Oslo, Oct. 7, 2007


Que sera, sera, whatever happens happens

Dear friends

I hope you will forgive me for not writing a newsletter for over three years, but I hope to have more regular newsletters now, if you don’t mind. However, if you don’t want to receive updates about my life, please let me know.

Until May, I had my life in Serbia, but I was asked to take job as the editor of the English language magazine Norway Exports in Oslo. At the end of November, my contract expires, but I have no idea what I'm doing after that.

Still, my options are numerous. Some people are stressed out when they don't have a detailed plan for the rest of their lives, but the beautiful thing is that I don't have to worry. I'm a Christian, and therefore, I believe God has a perfect plan for me. I might be in Darfur as a press officer for the Norwegian army, I might be working with the shipping, petroleum or energy industry in Norway, or I might be back in Serbia, my second home country.

Norway Exports is a quality product, and the mission of the magazine is to present Norwegian industry internationally. The publishing house responsible for the magazine, Findexa Forlag, cooperates with the Norwegian government and industry to make presentations about Norwegian export related technology. I’m enjoying my time in the magazine, but now we're going different directions, even if I still have a very good relationship with them; they are giving me their best recommendations for my next assignment. If anyone would happen to know anyone who could need my competence, please let me know.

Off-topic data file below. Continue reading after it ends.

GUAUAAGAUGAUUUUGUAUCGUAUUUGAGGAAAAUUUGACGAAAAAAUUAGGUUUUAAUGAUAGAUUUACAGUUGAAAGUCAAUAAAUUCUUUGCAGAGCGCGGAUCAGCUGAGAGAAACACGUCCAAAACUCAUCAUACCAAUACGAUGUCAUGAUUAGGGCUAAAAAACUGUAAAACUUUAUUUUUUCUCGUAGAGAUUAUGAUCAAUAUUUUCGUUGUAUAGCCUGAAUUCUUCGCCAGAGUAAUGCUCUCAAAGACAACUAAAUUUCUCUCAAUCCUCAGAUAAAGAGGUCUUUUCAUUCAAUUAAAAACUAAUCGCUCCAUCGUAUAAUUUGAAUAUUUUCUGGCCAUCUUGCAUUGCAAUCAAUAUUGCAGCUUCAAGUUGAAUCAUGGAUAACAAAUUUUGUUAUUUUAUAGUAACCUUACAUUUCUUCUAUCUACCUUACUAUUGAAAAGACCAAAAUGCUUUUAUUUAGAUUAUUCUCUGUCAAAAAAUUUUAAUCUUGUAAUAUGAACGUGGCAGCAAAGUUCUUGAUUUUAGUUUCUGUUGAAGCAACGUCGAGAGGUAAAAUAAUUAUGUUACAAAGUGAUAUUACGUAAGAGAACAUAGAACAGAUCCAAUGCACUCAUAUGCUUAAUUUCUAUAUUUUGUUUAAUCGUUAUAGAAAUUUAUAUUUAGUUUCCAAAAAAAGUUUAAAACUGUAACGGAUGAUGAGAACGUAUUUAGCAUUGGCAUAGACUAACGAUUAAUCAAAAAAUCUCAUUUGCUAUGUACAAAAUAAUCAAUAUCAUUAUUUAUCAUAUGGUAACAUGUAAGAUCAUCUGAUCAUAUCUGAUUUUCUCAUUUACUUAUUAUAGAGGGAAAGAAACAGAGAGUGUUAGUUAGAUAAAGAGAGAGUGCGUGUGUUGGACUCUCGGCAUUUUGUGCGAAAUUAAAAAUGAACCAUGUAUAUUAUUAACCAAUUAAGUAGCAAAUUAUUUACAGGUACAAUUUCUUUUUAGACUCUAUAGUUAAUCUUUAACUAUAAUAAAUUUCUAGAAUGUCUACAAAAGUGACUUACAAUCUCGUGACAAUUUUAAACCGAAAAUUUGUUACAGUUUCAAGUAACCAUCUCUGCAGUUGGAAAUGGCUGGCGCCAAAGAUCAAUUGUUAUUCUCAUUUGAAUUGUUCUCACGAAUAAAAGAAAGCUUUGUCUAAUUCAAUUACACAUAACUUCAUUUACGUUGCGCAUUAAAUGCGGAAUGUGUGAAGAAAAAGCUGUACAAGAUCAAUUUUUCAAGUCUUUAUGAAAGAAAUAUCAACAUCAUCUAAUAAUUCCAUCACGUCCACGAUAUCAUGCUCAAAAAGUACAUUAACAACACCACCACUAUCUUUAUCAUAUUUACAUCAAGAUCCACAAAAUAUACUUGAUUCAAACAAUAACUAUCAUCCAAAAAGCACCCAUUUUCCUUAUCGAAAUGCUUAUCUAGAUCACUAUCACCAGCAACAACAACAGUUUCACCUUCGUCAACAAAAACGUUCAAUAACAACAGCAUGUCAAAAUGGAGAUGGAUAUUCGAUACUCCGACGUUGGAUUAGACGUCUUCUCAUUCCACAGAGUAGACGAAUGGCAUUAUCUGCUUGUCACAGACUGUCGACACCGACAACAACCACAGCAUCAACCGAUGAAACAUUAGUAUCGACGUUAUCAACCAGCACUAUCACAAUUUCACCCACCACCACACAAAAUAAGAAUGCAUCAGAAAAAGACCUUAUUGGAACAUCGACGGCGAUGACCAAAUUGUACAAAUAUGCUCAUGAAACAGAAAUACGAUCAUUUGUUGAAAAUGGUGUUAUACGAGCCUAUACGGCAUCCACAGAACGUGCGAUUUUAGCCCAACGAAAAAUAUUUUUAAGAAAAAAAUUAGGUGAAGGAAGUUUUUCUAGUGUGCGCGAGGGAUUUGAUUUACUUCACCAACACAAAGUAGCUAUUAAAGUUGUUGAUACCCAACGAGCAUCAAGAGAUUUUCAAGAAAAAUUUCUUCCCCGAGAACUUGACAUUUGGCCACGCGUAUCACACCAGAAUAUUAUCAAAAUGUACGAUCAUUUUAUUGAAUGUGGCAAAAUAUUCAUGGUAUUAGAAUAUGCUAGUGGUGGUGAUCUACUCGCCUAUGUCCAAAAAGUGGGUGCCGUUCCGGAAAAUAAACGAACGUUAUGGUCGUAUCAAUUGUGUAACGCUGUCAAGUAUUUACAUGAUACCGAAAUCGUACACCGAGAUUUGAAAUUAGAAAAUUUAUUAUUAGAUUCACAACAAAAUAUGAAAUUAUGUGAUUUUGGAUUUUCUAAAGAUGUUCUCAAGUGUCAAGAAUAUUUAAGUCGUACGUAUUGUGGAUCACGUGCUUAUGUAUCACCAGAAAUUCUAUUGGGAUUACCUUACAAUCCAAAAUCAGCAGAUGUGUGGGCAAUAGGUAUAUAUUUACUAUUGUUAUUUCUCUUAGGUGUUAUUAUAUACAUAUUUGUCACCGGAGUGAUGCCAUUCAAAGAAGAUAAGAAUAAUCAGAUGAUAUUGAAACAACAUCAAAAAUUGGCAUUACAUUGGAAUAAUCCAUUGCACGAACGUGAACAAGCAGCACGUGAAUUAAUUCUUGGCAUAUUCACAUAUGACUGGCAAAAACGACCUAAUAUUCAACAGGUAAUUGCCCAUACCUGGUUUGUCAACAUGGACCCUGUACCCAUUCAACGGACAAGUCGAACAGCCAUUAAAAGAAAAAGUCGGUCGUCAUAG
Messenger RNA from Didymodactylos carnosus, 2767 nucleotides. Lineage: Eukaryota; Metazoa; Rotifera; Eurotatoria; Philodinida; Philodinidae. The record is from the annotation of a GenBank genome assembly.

On June 3 , I also had the privilege of being the best man for my very good friend Siniša Nadaždin when he married his Sandra in Montenegro. You can see the pictures in my online photo album.

My biggest problem when I moved to Norway was what to do with my cats, Ceca and Legija. Therefore, I contacted B92 television in Belgrade, and I invited them to record the sad story about the Norwegian journalist who had to leave for Norway and the two cats in need of a new home. Sure enough, they came, and I was telling my story on Serbian breakfast TV, in Serbian! I couldn't see the program completely myself because people called for the cats during the program, and I believe the cats are very happy with their new owners, Ljiljana and Viktorija in Rakovica, a suburb of Belgrade. Now, I've made the program available on YouTube. (I'm in the program after 2:30 min.)

Here in Oslo, I have the privilege of living with my uncle, Peder Pedersen, 86. Despite his age, he is a vital man who has lived a quite exciting life. In the years from 1938 to 1945, he was a sailor in the Norwegian merchant fleet. On July 5, 1942, Peder was on the ship M/S Mosfruit 580 nautical miles northwest of Ireland when the German submarine U-458 found them. Mosfruit was hit by a torpedo, and 36 men, one cat and one dog had to evacuate the ship. From the lifeboat, they saw the Germans finally sinking the ship with 56 shots from the cannon on the submarine. For seven days, the crew were sailing towards Ireland before they were picked up 40 nautical miles from the coast.

The war affected Peder very much, and he dedicated the rest of his life to fight for peace. Today, he is a peace activist, and he is telling young people about the horrors of war. Now he is a time witness for high school kids visiting concentration camps in Germany and Poland, and when he is not traveling, he is often seen Karl Johan, the main street in Oslo, to fight for a ban of nuclear weapons.

Please let me know what is happening in your lives. If I haven't spoken to some of you for some time, please write me, and we can reestablish our contact.


kristian kahrs
ip phone: +47 23 62 31 24
mobile: +47 93 00 25 22
work phone: +47 21 50 80 74

Back to Newsletters